Laser Cutting Overview 261
Laser Cutting Overview 261 introduces the types of lasers used for laser cutting. This class describes the properties of cutting lasers, optical components used with lasers, and the major lasing mediums used in industrial cutting applications. These mediums include gases, solids, fibers, and semiconductors. The power and consistency of most of these lasers can be controlled through various methods of pumping and laser pulsing.
Effective laser cutting requires an awareness of how laser components and properties influence laser behavior. After completing this course, users will understand basic laser optics and laser components. They will also be able to distinguish between common lasing mediums and to identify ways to manipulate beams through pulsing and pumping.
Number of Lessons 14
- Introduction to Laser Cutting
- Properties of Laser Light
- Laser Resonators
- Laser Cutting Equipment
- Review: Laser Light and Equipment
- Gas Lasers
- Solid-State Lasers
- Semiconductor Lasers
- Review: Lasing Mediums
- Laser Pumping
- Pulsed Lasers
- Pulsing Methods
- Waterjet Lasers
- Final Review
- Describe laser cutting.
- Describe the properties of laser light.
- Describe laser resonators.
- Describe common laser cutting equipment.
- Describe gas lasers.
- Describe solid-state lasers.
- Describe semiconductor lasers.
- Describe methods of laser pumping.
- Describe pulsed lasers.
- Describe methods of pulsing lasers.
- Describe waterjet lasers.
The range of light wavelengths absorbed by a material. The absorption spectrum of a lasing medium should include the wavelength of an external pumping laser.
A device that uses sound waves to diffract or shift the frequency of light waves. Acousto-optic modulators are one type of device used as a gate in Q-switching and mode-locking.
A method of mode-locking that uses an acousto-optic modulator. Active mode-locking is similar to Q-switching because the modulator is used to control the release of photons from the resonator.
A common lightweight, silver-white metal. Aluminum resists corrosion and is a good conductor of electrical and thermal energy, but its reflective surface can make it difficult to machine with lasers.
A metal made by combining aluminum with one or more other metals to enhance its properties. Aluminum compounds are frequently dissolved with gallium arsenide for use in industrial semiconductor cutting lasers.
A measure of intensity, usually represented by the maximum height of a wave. The amplitude of multiple light waves are combined during constructive interference to produce one wave with the greatest possible amplitude and, therefore, a greater peak power.
An electric light source that produces extremely intense, sustained light when a current passes between electrodes surrounded by gas. Arc lamps are often used in optical pumping.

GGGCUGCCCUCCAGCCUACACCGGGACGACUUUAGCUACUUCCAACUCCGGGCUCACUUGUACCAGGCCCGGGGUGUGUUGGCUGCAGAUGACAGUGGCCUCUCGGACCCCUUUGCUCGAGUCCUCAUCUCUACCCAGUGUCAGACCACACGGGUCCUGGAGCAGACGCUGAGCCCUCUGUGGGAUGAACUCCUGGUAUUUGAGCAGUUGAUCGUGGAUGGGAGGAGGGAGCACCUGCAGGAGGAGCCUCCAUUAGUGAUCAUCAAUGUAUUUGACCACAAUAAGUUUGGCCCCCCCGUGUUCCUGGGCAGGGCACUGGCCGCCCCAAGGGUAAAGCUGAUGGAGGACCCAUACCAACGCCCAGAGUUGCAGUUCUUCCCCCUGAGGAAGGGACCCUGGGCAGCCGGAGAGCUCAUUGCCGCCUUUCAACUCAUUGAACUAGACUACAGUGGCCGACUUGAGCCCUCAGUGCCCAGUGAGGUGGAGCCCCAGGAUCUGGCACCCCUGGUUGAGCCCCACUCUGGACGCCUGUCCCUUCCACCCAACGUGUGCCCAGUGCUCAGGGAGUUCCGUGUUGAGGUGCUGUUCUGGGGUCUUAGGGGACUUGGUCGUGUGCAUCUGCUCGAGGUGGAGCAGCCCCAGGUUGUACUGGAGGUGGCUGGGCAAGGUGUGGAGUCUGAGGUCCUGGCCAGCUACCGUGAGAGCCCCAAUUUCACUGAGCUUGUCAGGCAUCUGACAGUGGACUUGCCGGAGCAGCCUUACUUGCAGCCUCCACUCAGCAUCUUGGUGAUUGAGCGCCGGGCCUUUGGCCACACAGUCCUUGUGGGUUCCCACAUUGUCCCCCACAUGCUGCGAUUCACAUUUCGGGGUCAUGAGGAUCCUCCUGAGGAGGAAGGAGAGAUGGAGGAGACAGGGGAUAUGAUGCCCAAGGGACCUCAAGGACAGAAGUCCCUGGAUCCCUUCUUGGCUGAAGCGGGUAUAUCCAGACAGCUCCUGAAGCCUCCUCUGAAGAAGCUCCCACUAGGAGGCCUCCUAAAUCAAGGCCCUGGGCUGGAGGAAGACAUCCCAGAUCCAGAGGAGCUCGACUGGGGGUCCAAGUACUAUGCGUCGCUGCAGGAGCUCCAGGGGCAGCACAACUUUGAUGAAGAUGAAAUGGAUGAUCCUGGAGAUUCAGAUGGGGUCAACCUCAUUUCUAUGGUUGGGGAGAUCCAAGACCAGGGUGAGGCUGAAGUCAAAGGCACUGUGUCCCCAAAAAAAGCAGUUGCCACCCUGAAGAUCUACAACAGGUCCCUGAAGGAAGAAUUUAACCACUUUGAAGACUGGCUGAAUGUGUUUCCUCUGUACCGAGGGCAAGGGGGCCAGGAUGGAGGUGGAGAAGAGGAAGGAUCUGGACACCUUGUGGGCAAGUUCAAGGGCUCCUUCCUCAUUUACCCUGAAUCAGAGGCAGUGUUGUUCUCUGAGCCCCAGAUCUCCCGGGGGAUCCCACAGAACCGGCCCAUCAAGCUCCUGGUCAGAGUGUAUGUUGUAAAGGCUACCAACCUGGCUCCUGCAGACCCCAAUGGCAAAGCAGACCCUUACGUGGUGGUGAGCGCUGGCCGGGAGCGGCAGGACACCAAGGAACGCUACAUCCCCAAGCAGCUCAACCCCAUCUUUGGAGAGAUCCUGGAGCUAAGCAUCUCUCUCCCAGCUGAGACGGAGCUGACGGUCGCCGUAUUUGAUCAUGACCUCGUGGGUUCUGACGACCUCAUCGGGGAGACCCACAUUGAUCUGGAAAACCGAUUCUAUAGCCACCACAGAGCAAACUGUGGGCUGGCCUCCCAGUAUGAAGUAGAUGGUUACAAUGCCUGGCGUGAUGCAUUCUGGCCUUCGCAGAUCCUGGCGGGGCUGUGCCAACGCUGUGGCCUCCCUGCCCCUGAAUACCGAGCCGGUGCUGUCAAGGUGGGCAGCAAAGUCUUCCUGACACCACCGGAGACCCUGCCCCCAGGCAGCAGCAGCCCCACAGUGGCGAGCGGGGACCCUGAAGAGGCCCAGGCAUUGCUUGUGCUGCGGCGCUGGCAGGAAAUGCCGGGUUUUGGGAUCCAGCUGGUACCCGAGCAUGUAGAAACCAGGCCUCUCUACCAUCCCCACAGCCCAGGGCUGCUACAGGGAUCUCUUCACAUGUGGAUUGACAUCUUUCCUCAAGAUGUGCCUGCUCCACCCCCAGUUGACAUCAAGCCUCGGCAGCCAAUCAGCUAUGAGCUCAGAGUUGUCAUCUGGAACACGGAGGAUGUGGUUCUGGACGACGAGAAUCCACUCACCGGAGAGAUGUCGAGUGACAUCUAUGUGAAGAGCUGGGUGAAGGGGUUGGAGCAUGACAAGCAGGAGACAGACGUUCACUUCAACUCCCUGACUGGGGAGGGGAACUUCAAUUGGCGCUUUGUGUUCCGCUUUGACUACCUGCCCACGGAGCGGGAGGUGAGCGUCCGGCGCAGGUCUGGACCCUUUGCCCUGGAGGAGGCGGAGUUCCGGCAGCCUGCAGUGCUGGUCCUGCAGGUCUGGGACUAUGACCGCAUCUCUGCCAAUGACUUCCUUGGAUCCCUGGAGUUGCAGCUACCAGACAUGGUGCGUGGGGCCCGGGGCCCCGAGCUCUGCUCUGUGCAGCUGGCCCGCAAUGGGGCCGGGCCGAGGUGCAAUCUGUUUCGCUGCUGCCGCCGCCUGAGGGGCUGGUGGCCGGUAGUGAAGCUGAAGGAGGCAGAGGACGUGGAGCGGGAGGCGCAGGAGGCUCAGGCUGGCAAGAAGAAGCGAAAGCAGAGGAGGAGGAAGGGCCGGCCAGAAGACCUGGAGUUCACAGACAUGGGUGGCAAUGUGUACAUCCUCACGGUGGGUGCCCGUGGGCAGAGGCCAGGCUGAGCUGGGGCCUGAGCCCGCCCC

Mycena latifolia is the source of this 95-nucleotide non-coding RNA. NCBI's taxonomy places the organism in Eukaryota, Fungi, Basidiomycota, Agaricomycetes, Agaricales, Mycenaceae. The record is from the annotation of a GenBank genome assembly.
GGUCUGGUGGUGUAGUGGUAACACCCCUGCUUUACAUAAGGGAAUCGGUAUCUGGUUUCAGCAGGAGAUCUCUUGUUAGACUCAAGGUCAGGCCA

A colorless, odorless non-reactive gas. Argon is sometimes used an assist gas in laser cutting.
A gas used during the laser cutting process to remove molten metal from a cut. Assist gases include compressed air; non-reactive gases like nitrogen, argon, and helium; and reactive gases like oxygen.
The smallest distinguishable unit of a material that maintains that material's characteristics. Atoms include protons, neutrons, and electrons.
A measure of the energy in a pulsed laser over time. Average power is useful for evaluating the efficiency of pulsed lasers, especially compared to continuous lasers, but does not give information about peak power, pulse duration, or pulse period.
An optical device with a semi-transparent mirror that divides a beam of light in two. Beam splitters allow some light to pass directly through while sending the rest of the light in another direction.
beam traveling systems
A laser cutting system in which a moving focus head travels above a stationary workpiece. Beam traveling systems are also called flying optics systems or moving optics systems.
A rough, sharp edge remaining on a part after cutting. Burrs rarely form on the kerf of workpieces cut with a waterjet laser.
CO2. A heavy, colorless, odorless gas composed of one carbon atom and two oxygen atoms. Carbon dioxide is one of the most common lasing mediums for gas lasers.
carbon dioxide lasers
CO2 lasers. A type of gas laser that uses carbon dioxide with small amounts of helium and nitrogen as a lasing medium. Carbon dioxide lasers are highly efficient and operate as continuous wave lasers.
A hard, brittle material that can withstand high temperatures and resist corrosion. Ceramics include traditional materials such as brick and clay as well as advanced ceramics used in abrasives and cutting tools.